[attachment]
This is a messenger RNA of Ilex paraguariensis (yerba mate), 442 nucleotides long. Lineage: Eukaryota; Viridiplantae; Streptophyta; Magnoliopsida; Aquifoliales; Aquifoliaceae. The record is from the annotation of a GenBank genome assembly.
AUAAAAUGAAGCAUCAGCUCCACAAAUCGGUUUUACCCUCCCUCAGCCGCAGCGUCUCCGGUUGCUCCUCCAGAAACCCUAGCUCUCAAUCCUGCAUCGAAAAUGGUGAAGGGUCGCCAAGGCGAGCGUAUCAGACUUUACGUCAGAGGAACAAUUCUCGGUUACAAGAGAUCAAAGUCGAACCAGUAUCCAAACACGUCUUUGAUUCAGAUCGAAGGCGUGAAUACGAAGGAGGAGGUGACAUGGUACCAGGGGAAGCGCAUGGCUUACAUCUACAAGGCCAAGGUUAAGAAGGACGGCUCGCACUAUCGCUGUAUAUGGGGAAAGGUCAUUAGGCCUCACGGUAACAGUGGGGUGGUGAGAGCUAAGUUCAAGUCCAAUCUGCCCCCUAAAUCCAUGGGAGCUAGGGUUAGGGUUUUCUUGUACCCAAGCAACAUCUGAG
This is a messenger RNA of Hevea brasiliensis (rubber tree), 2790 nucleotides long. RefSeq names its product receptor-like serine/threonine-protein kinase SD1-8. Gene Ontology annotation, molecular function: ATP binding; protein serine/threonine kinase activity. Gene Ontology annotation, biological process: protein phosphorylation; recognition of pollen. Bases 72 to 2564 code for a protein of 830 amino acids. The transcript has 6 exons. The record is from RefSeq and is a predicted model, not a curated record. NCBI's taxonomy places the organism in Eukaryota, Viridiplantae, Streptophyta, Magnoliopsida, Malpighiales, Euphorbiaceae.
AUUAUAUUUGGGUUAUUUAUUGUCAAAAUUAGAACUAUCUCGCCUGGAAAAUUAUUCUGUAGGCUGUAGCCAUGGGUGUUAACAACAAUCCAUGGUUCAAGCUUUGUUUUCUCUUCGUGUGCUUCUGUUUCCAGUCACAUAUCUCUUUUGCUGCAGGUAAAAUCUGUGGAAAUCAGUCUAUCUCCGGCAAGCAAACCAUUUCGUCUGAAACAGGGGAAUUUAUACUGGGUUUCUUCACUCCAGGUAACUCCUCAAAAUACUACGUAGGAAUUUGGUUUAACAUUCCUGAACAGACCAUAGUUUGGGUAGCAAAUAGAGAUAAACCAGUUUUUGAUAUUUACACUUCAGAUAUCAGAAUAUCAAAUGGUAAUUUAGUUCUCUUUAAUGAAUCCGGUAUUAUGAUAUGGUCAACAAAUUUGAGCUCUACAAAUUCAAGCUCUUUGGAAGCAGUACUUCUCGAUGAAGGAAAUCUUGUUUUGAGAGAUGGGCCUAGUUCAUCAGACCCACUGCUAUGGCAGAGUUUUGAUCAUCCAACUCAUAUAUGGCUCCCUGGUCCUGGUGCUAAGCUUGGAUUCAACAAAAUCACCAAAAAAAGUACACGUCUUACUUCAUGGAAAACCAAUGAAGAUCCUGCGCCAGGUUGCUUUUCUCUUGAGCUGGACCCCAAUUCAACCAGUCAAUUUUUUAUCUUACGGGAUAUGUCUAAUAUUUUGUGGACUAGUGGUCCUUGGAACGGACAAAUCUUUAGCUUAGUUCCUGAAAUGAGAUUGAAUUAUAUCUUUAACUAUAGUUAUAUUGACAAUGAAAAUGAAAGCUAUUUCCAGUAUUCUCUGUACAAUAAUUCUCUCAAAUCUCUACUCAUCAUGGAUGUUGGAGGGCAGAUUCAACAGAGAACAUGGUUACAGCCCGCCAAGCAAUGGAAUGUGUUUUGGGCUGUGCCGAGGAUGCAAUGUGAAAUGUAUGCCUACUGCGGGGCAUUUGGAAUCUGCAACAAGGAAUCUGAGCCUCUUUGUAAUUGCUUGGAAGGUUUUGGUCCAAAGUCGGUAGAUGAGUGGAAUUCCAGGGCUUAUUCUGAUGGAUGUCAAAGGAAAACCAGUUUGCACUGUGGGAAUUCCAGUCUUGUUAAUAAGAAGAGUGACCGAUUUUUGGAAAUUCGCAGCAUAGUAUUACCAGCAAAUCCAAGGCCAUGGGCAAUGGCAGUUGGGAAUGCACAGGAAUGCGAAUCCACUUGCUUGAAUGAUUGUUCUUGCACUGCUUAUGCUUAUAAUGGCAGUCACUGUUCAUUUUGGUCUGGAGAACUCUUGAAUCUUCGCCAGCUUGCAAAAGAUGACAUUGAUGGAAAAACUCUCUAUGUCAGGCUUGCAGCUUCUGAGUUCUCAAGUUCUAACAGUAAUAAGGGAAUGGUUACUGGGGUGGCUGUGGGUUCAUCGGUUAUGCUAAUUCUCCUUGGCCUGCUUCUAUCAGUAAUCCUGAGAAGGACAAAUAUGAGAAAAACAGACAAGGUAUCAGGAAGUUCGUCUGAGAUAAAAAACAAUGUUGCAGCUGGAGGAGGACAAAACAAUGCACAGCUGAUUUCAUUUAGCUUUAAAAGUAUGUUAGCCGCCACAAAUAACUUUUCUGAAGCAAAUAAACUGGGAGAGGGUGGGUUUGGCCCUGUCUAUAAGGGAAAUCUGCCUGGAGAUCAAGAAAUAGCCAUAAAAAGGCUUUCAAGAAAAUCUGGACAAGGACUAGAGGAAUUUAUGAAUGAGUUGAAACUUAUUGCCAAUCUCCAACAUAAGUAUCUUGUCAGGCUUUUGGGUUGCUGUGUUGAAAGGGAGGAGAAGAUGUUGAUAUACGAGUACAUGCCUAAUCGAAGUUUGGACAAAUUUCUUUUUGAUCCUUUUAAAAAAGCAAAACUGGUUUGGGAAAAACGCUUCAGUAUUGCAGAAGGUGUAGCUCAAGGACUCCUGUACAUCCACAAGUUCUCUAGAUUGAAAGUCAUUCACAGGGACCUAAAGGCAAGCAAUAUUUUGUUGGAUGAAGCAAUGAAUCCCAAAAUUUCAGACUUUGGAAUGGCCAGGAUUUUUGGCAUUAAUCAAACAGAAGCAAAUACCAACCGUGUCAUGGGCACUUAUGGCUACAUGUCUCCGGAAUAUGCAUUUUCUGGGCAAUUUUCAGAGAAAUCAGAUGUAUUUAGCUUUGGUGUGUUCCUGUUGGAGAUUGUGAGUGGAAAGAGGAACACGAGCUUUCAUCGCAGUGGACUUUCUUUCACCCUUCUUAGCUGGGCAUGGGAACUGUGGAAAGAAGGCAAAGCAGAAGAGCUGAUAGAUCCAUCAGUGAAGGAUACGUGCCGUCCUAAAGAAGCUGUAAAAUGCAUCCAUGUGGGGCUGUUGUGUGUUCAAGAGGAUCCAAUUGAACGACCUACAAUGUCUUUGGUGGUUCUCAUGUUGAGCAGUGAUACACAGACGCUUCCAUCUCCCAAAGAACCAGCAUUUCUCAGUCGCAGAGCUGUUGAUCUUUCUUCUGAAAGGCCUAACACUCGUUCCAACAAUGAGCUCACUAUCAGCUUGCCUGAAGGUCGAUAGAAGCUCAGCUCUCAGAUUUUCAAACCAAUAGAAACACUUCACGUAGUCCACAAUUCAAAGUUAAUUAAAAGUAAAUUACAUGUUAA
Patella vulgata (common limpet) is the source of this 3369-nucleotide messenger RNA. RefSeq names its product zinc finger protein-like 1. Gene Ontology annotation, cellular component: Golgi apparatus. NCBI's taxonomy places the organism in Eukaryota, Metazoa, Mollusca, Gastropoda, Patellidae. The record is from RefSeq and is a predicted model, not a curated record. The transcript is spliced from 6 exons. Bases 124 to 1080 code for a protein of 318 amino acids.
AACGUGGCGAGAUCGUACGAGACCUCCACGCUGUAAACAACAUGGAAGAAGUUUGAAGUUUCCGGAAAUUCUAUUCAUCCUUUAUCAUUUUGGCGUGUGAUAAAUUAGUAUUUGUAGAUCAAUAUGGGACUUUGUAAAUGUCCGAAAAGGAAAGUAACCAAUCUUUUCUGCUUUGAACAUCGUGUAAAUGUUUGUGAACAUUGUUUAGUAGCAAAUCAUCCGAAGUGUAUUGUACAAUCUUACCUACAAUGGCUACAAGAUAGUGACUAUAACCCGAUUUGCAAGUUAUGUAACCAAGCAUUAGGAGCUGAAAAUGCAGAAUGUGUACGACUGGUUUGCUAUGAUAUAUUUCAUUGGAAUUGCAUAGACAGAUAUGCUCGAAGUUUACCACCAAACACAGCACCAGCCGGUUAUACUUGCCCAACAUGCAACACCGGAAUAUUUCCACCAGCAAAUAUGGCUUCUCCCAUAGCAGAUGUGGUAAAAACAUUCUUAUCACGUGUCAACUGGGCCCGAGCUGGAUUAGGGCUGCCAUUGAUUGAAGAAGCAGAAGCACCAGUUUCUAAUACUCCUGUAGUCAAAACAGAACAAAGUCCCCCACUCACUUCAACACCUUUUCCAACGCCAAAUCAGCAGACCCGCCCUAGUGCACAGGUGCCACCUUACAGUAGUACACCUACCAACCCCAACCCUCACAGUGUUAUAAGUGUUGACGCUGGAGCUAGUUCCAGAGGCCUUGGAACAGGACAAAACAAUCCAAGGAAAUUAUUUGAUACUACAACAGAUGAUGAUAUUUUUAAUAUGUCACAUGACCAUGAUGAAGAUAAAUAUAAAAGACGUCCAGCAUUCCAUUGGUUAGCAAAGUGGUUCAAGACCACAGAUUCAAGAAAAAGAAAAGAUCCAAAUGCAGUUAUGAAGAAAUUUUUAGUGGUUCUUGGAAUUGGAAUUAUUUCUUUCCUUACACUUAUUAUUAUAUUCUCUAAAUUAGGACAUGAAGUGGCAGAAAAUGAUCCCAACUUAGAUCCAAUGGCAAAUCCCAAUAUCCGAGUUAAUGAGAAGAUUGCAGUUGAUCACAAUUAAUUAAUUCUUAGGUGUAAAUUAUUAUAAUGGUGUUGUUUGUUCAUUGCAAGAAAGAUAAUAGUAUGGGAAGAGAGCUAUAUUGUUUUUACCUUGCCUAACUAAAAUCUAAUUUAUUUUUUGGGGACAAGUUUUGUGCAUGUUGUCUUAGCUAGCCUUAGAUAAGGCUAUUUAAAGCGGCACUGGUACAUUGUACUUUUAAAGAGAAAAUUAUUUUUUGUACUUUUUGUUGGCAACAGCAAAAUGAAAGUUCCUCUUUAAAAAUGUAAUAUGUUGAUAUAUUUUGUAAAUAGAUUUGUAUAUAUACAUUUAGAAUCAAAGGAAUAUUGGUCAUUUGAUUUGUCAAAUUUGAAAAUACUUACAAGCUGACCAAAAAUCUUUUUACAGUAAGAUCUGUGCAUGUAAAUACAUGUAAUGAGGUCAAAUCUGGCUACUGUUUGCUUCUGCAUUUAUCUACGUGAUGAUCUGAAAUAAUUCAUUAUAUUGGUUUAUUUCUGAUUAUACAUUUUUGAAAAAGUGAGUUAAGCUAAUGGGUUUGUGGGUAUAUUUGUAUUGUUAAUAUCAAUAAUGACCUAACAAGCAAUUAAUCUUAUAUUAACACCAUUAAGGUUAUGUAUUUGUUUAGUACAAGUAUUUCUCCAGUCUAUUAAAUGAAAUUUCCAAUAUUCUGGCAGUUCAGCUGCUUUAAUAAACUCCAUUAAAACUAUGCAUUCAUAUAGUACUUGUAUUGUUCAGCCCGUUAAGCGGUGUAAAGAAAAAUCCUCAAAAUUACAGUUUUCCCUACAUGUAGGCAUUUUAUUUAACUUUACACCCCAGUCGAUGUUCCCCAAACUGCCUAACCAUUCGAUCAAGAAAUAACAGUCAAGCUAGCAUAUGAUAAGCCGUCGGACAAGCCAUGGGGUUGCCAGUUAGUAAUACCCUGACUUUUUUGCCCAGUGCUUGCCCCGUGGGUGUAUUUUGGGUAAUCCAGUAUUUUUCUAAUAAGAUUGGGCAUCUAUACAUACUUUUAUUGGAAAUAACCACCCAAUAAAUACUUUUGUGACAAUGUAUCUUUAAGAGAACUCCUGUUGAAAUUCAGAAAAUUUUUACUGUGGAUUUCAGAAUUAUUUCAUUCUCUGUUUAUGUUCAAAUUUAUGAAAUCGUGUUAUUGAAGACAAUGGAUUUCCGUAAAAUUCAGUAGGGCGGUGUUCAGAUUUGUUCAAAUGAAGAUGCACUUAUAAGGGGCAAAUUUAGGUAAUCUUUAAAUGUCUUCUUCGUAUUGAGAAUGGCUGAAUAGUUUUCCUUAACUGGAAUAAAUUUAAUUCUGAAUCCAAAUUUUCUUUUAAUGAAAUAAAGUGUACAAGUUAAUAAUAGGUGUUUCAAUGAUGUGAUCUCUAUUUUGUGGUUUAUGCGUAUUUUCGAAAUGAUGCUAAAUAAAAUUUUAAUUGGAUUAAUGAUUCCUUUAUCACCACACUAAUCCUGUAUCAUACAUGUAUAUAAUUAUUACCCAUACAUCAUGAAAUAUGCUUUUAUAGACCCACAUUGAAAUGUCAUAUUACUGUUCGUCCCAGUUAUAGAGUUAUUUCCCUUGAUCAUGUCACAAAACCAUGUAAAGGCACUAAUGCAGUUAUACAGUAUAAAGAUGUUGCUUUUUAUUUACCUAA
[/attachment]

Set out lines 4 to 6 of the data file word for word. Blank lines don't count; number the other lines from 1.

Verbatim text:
AUUAUAUUUGGGUUAUUUAUUGUCAAAAUUAGAACUAUCUCGCCUGGAAAAUUAUUCUGUAGGCUGUAGCCAUGGGUGUUAACAACAAUCCAUGGUUCAAGCUUUGUUUUCUCUUCGUGUGCUUCUGUUUCCAGUCACAUAUCUCUUUUGCUGCAGGUAAAAUCUGUGGAAAUCAGUCUAUCUCCGGCAAGCAAACCAUUUCGUCUGAAACAGGGGAAUUUAUACUGGGUUUCUUCACUCCAGGUAACUCCUCAAAAUACUACGUAGGAAUUUGGUUUAACAUUCCUGAACAGACCAUAGUUUGGGUAGCAAAUAGAGAUAAACCAGUUUUUGAUAUUUACACUUCAGAUAUCAGAAUAUCAAAUGGUAAUUUAGUUCUCUUUAAUGAAUCCGGUAUUAUGAUAUGGUCAACAAAUUUGAGCUCUACAAAUUCAAGCUCUUUGGAAGCAGUACUUCUCGAUGAAGGAAAUCUUGUUUUGAGAGAUGGGCCUAGUUCAUCAGACCCACUGCUAUGGCAGAGUUUUGAUCAUCCAACUCAUAUAUGGCUCCCUGGUCCUGGUGCUAAGCUUGGAUUCAACAAAAUCACCAAAAAAAGUACACGUCUUACUUCAUGGAAAACCAAUGAAGAUCCUGCGCCAGGUUGCUUUUCUCUUGAGCUGGACCCCAAUUCAACCAGUCAAUUUUUUAUCUUACGGGAUAUGUCUAAUAUUUUGUGGACUAGUGGUCCUUGGAACGGACAAAUCUUUAGCUUAGUUCCUGAAAUGAGAUUGAAUUAUAUCUUUAACUAUAGUUAUAUUGACAAUGAAAAUGAAAGCUAUUUCCAGUAUUCUCUGUACAAUAAUUCUCUCAAAUCUCUACUCAUCAUGGAUGUUGGAGGGCAGAUUCAACAGAGAACAUGGUUACAGCCCGCCAAGCAAUGGAAUGUGUUUUGGGCUGUGCCGAGGAUGCAAUGUGAAAUGUAUGCCUACUGCGGGGCAUUUGGAAUCUGCAACAAGGAAUCUGAGCCUCUUUGUAAUUGCUUGGAAGGUUUUGGUCCAAAGUCGGUAGAUGAGUGGAAUUCCAGGGCUUAUUCUGAUGGAUGUCAAAGGAAAACCAGUUUGCACUGUGGGAAUUCCAGUCUUGUUAAUAAGAAGAGUGACCGAUUUUUGGAAAUUCGCAGCAUAGUAUUACCAGCAAAUCCAAGGCCAUGGGCAAUGGCAGUUGGGAAUGCACAGGAAUGCGAAUCCACUUGCUUGAAUGAUUGUUCUUGCACUGCUUAUGCUUAUAAUGGCAGUCACUGUUCAUUUUGGUCUGGAGAACUCUUGAAUCUUCGCCAGCUUGCAAAAGAUGACAUUGAUGGAAAAACUCUCUAUGUCAGGCUUGCAGCUUCUGAGUUCUCAAGUUCUAACAGUAAUAAGGGAAUGGUUACUGGGGUGGCUGUGGGUUCAUCGGUUAUGCUAAUUCUCCUUGGCCUGCUUCUAUCAGUAAUCCUGAGAAGGACAAAUAUGAGAAAAACAGACAAGGUAUCAGGAAGUUCGUCUGAGAUAAAAAACAAUGUUGCAGCUGGAGGAGGACAAAACAAUGCACAGCUGAUUUCAUUUAGCUUUAAAAGUAUGUUAGCCGCCACAAAUAACUUUUCUGAAGCAAAUAAACUGGGAGAGGGUGGGUUUGGCCCUGUCUAUAAGGGAAAUCUGCCUGGAGAUCAAGAAAUAGCCAUAAAAAGGCUUUCAAGAAAAUCUGGACAAGGACUAGAGGAAUUUAUGAAUGAGUUGAAACUUAUUGCCAAUCUCCAACAUAAGUAUCUUGUCAGGCUUUUGGGUUGCUGUGUUGAAAGGGAGGAGAAGAUGUUGAUAUACGAGUACAUGCCUAAUCGAAGUUUGGACAAAUUUCUUUUUGAUCCUUUUAAAAAAGCAAAACUGGUUUGGGAAAAACGCUUCAGUAUUGCAGAAGGUGUAGCUCAAGGACUCCUGUACAUCCACAAGUUCUCUAGAUUGAAAGUCAUUCACAGGGACCUAAAGGCAAGCAAUAUUUUGUUGGAUGAAGCAAUGAAUCCCAAAAUUUCAGACUUUGGAAUGGCCAGGAUUUUUGGCAUUAAUCAAACAGAAGCAAAUACCAACCGUGUCAUGGGCACUUAUGGCUACAUGUCUCCGGAAUAUGCAUUUUCUGGGCAAUUUUCAGAGAAAUCAGAUGUAUUUAGCUUUGGUGUGUUCCUGUUGGAGAUUGUGAGUGGAAAGAGGAACACGAGCUUUCAUCGCAGUGGACUUUCUUUCACCCUUCUUAGCUGGGCAUGGGAACUGUGGAAAGAAGGCAAAGCAGAAGAGCUGAUAGAUCCAUCAGUGAAGGAUACGUGCCGUCCUAAAGAAGCUGUAAAAUGCAUCCAUGUGGGGCUGUUGUGUGUUCAAGAGGAUCCAAUUGAACGACCUACAAUGUCUUUGGUGGUUCUCAUGUUGAGCAGUGAUACACAGACGCUUCCAUCUCCCAAAGAACCAGCAUUUCUCAGUCGCAGAGCUGUUGAUCUUUCUUCUGAAAGGCCUAACACUCGUUCCAACAAUGAGCUCACUAUCAGCUUGCCUGAAGGUCGAUAGAAGCUCAGCUCUCAGAUUUUCAAACCAAUAGAAACACUUCACGUAGUCCACAAUUCAAAGUUAAUUAAAAGUAAAUUACAUGUUAA
Patella vulgata (common limpet) is the source of this 3369-nucleotide messenger RNA. RefSeq names its product zinc finger protein-like 1. Gene Ontology annotation, cellular component: Golgi apparatus. NCBI's taxonomy places the organism in Eukaryota, Metazoa, Mollusca, Gastropoda, Patellidae. The record is from RefSeq and is a predicted model, not a curated record. The transcript is spliced from 6 exons. Bases 124 to 1080 code for a protein of 318 amino acids.
AACGUGGCGAGAUCGUACGAGACCUCCACGCUGUAAACAACAUGGAAGAAGUUUGAAGUUUCCGGAAAUUCUAUUCAUCCUUUAUCAUUUUGGCGUGUGAUAAAUUAGUAUUUGUAGAUCAAUAUGGGACUUUGUAAAUGUCCGAAAAGGAAAGUAACCAAUCUUUUCUGCUUUGAACAUCGUGUAAAUGUUUGUGAACAUUGUUUAGUAGCAAAUCAUCCGAAGUGUAUUGUACAAUCUUACCUACAAUGGCUACAAGAUAGUGACUAUAACCCGAUUUGCAAGUUAUGUAACCAAGCAUUAGGAGCUGAAAAUGCAGAAUGUGUACGACUGGUUUGCUAUGAUAUAUUUCAUUGGAAUUGCAUAGACAGAUAUGCUCGAAGUUUACCACCAAACACAGCACCAGCCGGUUAUACUUGCCCAACAUGCAACACCGGAAUAUUUCCACCAGCAAAUAUGGCUUCUCCCAUAGCAGAUGUGGUAAAAACAUUCUUAUCACGUGUCAACUGGGCCCGAGCUGGAUUAGGGCUGCCAUUGAUUGAAGAAGCAGAAGCACCAGUUUCUAAUACUCCUGUAGUCAAAACAGAACAAAGUCCCCCACUCACUUCAACACCUUUUCCAACGCCAAAUCAGCAGACCCGCCCUAGUGCACAGGUGCCACCUUACAGUAGUACACCUACCAACCCCAACCCUCACAGUGUUAUAAGUGUUGACGCUGGAGCUAGUUCCAGAGGCCUUGGAACAGGACAAAACAAUCCAAGGAAAUUAUUUGAUACUACAACAGAUGAUGAUAUUUUUAAUAUGUCACAUGACCAUGAUGAAGAUAAAUAUAAAAGACGUCCAGCAUUCCAUUGGUUAGCAAAGUGGUUCAAGACCACAGAUUCAAGAAAAAGAAAAGAUCCAAAUGCAGUUAUGAAGAAAUUUUUAGUGGUUCUUGGAAUUGGAAUUAUUUCUUUCCUUACACUUAUUAUUAUAUUCUCUAAAUUAGGACAUGAAGUGGCAGAAAAUGAUCCCAACUUAGAUCCAAUGGCAAAUCCCAAUAUCCGAGUUAAUGAGAAGAUUGCAGUUGAUCACAAUUAAUUAAUUCUUAGGUGUAAAUUAUUAUAAUGGUGUUGUUUGUUCAUUGCAAGAAAGAUAAUAGUAUGGGAAGAGAGCUAUAUUGUUUUUACCUUGCCUAACUAAAAUCUAAUUUAUUUUUUGGGGACAAGUUUUGUGCAUGUUGUCUUAGCUAGCCUUAGAUAAGGCUAUUUAAAGCGGCACUGGUACAUUGUACUUUUAAAGAGAAAAUUAUUUUUUGUACUUUUUGUUGGCAACAGCAAAAUGAAAGUUCCUCUUUAAAAAUGUAAUAUGUUGAUAUAUUUUGUAAAUAGAUUUGUAUAUAUACAUUUAGAAUCAAAGGAAUAUUGGUCAUUUGAUUUGUCAAAUUUGAAAAUACUUACAAGCUGACCAAAAAUCUUUUUACAGUAAGAUCUGUGCAUGUAAAUACAUGUAAUGAGGUCAAAUCUGGCUACUGUUUGCUUCUGCAUUUAUCUACGUGAUGAUCUGAAAUAAUUCAUUAUAUUGGUUUAUUUCUGAUUAUACAUUUUUGAAAAAGUGAGUUAAGCUAAUGGGUUUGUGGGUAUAUUUGUAUUGUUAAUAUCAAUAAUGACCUAACAAGCAAUUAAUCUUAUAUUAACACCAUUAAGGUUAUGUAUUUGUUUAGUACAAGUAUUUCUCCAGUCUAUUAAAUGAAAUUUCCAAUAUUCUGGCAGUUCAGCUGCUUUAAUAAACUCCAUUAAAACUAUGCAUUCAUAUAGUACUUGUAUUGUUCAGCCCGUUAAGCGGUGUAAAGAAAAAUCCUCAAAAUUACAGUUUUCCCUACAUGUAGGCAUUUUAUUUAACUUUACACCCCAGUCGAUGUUCCCCAAACUGCCUAACCAUUCGAUCAAGAAAUAACAGUCAAGCUAGCAUAUGAUAAGCCGUCGGACAAGCCAUGGGGUUGCCAGUUAGUAAUACCCUGACUUUUUUGCCCAGUGCUUGCCCCGUGGGUGUAUUUUGGGUAAUCCAGUAUUUUUCUAAUAAGAUUGGGCAUCUAUACAUACUUUUAUUGGAAAUAACCACCCAAUAAAUACUUUUGUGACAAUGUAUCUUUAAGAGAACUCCUGUUGAAAUUCAGAAAAUUUUUACUGUGGAUUUCAGAAUUAUUUCAUUCUCUGUUUAUGUUCAAAUUUAUGAAAUCGUGUUAUUGAAGACAAUGGAUUUCCGUAAAAUUCAGUAGGGCGGUGUUCAGAUUUGUUCAAAUGAAGAUGCACUUAUAAGGGGCAAAUUUAGGUAAUCUUUAAAUGUCUUCUUCGUAUUGAGAAUGGCUGAAUAGUUUUCCUUAACUGGAAUAAAUUUAAUUCUGAAUCCAAAUUUUCUUUUAAUGAAAUAAAGUGUACAAGUUAAUAAUAGGUGUUUCAAUGAUGUGAUCUCUAUUUUGUGGUUUAUGCGUAUUUUCGAAAUGAUGCUAAAUAAAAUUUUAAUUGGAUUAAUGAUUCCUUUAUCACCACACUAAUCCUGUAUCAUACAUGUAUAUAAUUAUUACCCAUACAUCAUGAAAUAUGCUUUUAUAGACCCACAUUGAAAUGUCAUAUUACUGUUCGUCCCAGUUAUAGAGUUAUUUCCCUUGAUCAUGUCACAAAACCAUGUAAAGGCACUAAUGCAGUUAUACAGUAUAAAGAUGUUGCUUUUUAUUUACCUAA